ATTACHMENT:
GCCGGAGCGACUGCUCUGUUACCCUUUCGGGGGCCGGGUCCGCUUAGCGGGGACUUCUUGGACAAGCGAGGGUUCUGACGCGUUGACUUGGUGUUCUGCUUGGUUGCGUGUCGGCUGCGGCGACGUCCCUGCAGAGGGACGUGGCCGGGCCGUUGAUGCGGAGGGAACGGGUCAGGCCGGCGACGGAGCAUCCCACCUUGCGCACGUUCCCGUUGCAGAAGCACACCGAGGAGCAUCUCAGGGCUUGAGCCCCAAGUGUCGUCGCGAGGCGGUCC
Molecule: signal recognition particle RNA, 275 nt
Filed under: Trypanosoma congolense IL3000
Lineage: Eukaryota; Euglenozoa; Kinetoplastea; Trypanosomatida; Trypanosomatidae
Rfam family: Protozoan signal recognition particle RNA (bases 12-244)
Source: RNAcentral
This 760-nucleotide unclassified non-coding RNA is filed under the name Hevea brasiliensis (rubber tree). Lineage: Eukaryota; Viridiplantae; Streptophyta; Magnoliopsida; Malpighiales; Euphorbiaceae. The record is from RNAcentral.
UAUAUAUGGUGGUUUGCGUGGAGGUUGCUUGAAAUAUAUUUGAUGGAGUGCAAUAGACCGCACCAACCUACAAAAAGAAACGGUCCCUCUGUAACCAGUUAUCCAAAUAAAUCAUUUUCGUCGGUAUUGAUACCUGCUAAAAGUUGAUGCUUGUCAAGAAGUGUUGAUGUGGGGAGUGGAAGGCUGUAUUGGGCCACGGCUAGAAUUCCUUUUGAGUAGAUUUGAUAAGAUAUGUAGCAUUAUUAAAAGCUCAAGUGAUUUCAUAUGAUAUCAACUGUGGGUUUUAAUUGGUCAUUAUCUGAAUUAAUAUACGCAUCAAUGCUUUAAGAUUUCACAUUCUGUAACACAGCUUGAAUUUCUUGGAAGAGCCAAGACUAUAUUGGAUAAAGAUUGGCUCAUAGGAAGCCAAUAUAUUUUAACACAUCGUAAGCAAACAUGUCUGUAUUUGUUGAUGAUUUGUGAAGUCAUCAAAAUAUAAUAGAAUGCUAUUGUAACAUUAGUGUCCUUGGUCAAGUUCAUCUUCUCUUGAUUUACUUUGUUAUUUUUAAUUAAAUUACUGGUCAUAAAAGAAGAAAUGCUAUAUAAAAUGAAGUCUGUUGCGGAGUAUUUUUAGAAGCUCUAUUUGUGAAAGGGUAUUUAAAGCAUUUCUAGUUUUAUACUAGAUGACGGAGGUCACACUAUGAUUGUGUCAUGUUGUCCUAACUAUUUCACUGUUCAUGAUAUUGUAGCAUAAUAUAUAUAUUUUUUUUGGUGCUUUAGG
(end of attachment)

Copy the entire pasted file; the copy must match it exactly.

GCCGGAGCGACUGCUCUGUUACCCUUUCGGGGGCCGGGUCCGCUUAGCGGGGACUUCUUGGACAAGCGAGGGUUCUGACGCGUUGACUUGGUGUUCUGCUUGGUUGCGUGUCGGCUGCGGCGACGUCCCUGCAGAGGGACGUGGCCGGGCCGUUGAUGCGGAGGGAACGGGUCAGGCCGGCGACGGAGCAUCCCACCUUGCGCACGUUCCCGUUGCAGAAGCACACCGAGGAGCAUCUCAGGGCUUGAGCCCCAAGUGUCGUCGCGAGGCGGUCC
Molecule: signal recognition particle RNA, 275 nt
Filed under: Trypanosoma congolense IL3000
Lineage: Eukaryota; Euglenozoa; Kinetoplastea; Trypanosomatida; Trypanosomatidae
Rfam family: Protozoan signal recognition particle RNA (bases 12-244)
Source: RNAcentral
This 760-nucleotide unclassified non-coding RNA is filed under the name Hevea brasiliensis (rubber tree). Lineage: Eukaryota; Viridiplantae; Streptophyta; Magnoliopsida; Malpighiales; Euphorbiaceae. The record is from RNAcentral.
UAUAUAUGGUGGUUUGCGUGGAGGUUGCUUGAAAUAUAUUUGAUGGAGUGCAAUAGACCGCACCAACCUACAAAAAGAAACGGUCCCUCUGUAACCAGUUAUCCAAAUAAAUCAUUUUCGUCGGUAUUGAUACCUGCUAAAAGUUGAUGCUUGUCAAGAAGUGUUGAUGUGGGGAGUGGAAGGCUGUAUUGGGCCACGGCUAGAAUUCCUUUUGAGUAGAUUUGAUAAGAUAUGUAGCAUUAUUAAAAGCUCAAGUGAUUUCAUAUGAUAUCAACUGUGGGUUUUAAUUGGUCAUUAUCUGAAUUAAUAUACGCAUCAAUGCUUUAAGAUUUCACAUUCUGUAACACAGCUUGAAUUUCUUGGAAGAGCCAAGACUAUAUUGGAUAAAGAUUGGCUCAUAGGAAGCCAAUAUAUUUUAACACAUCGUAAGCAAACAUGUCUGUAUUUGUUGAUGAUUUGUGAAGUCAUCAAAAUAUAAUAGAAUGCUAUUGUAACAUUAGUGUCCUUGGUCAAGUUCAUCUUCUCUUGAUUUACUUUGUUAUUUUUAAUUAAAUUACUGGUCAUAAAAGAAGAAAUGCUAUAUAAAAUGAAGUCUGUUGCGGAGUAUUUUUAGAAGCUCUAUUUGUGAAAGGGUAUUUAAAGCAUUUCUAGUUUUAUACUAGAUGACGGAGGUCACACUAUGAUUGUGUCAUGUUGUCCUAACUAUUUCACUGUUCAUGAUAUUGUAGCAUAAUAUAUAUAUUUUUUUUGGUGCUUUAGG